I brought the X-E2 home, charged its battery and read the actual, printed owner's manual cover to cover. Then I put on the 35mm f2.0 lens and went out for walk in the hazy drizzle to see how I like the whole assemblage. I did.
It's operationally a bit less refined then the model "3" but it's largely speaking the same user language.
It's sixteen megapixels instead of 24 megapixels but if you've followed the blog for any length of time you'll know that I may consider that a strength rather than a weakness...
Drizzle landed on the camera and lens and I brushed it off and kept shooting. It's a pleasant package and the light weight of the unit makes hauling the X-E2 around a burden-less experience. I like the files I got from the camera and I like using it in the totally manual mode. So, less than $300 bucks for a fully functional, 16 megapixel camera with nice colors in the files. A good beater camera for sure.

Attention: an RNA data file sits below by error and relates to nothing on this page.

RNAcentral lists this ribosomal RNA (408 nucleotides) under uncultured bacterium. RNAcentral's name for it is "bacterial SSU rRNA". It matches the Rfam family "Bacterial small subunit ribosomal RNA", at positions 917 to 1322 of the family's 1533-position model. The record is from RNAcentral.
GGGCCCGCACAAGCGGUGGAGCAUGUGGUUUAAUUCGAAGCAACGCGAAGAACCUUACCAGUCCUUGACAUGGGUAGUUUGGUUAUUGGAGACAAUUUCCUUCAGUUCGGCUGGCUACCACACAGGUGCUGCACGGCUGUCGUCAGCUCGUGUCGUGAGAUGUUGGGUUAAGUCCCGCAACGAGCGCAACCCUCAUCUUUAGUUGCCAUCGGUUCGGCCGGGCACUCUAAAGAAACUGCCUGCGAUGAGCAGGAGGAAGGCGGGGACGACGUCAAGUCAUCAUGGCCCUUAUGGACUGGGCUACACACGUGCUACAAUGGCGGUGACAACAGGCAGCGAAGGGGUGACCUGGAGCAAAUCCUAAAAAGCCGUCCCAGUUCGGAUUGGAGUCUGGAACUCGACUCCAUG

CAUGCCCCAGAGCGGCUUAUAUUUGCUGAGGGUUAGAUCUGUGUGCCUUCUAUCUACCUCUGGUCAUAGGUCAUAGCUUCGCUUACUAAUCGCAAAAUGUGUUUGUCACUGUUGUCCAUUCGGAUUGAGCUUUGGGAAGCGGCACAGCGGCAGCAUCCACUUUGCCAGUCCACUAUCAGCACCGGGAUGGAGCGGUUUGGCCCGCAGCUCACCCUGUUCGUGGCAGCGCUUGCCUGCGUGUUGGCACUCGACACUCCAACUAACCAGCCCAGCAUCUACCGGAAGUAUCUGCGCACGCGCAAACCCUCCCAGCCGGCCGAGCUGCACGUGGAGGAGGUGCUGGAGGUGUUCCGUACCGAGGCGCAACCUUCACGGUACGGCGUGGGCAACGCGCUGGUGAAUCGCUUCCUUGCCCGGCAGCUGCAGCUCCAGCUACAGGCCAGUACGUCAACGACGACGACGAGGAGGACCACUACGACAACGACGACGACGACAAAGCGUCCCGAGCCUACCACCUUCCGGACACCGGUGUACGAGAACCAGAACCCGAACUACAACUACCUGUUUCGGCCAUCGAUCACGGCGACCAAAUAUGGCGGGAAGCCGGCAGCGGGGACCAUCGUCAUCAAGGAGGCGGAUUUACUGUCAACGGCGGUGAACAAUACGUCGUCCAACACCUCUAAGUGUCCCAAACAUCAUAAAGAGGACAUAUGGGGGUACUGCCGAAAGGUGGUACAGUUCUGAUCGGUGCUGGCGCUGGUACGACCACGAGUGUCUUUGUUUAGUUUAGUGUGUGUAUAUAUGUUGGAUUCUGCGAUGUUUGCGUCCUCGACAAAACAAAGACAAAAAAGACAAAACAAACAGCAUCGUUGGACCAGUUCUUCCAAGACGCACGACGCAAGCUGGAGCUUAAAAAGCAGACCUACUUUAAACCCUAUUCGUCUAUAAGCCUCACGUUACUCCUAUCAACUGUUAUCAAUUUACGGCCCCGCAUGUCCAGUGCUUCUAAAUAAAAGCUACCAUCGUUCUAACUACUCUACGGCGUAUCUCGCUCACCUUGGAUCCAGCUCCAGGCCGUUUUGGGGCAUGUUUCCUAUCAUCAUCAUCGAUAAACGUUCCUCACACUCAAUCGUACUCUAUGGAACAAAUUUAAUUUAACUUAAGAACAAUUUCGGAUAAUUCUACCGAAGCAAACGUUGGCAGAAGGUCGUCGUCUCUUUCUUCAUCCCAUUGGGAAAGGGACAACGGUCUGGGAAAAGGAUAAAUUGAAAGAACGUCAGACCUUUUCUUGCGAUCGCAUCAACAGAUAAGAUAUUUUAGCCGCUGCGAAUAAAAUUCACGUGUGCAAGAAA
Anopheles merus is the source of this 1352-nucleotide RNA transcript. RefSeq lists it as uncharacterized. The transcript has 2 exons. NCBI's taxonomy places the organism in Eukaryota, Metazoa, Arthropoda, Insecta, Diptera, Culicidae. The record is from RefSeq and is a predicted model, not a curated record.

And the yellow is nice.
Final thoughts on using the Fuji X-T3 and the 55-200mm Fuji zoom for my 2nd rehearsal shoot of "Santaland Diaries" at Zach Theatre.
Jimmy Moore as "David" in David Sedaris' cynical, hilarious, one man holiday play, "Santaland Diaries." At Zach Theatre.
I photographed a previous rehearsal of this play (with no audience in attendance) last Saturday. We felt like we needed the energy that having an audience would bring to Jimmy's performance and so we added a second shoot to the schedule for this past Tuesday. I like to switch cameras in order to compare the handling and the actual output of each. On Sunday (see blogpost here) I used several Panasonic G9 cameras and (mostly) the Olympus 40-150mm f2.8 Pro zoom. On Tuesday I relied exclusively on the Fujifilm X-T3 and the "pedestrian" Fuji 55-200mm f3.5-4.8 zoom. These are my observations about the latter system; the Fuji.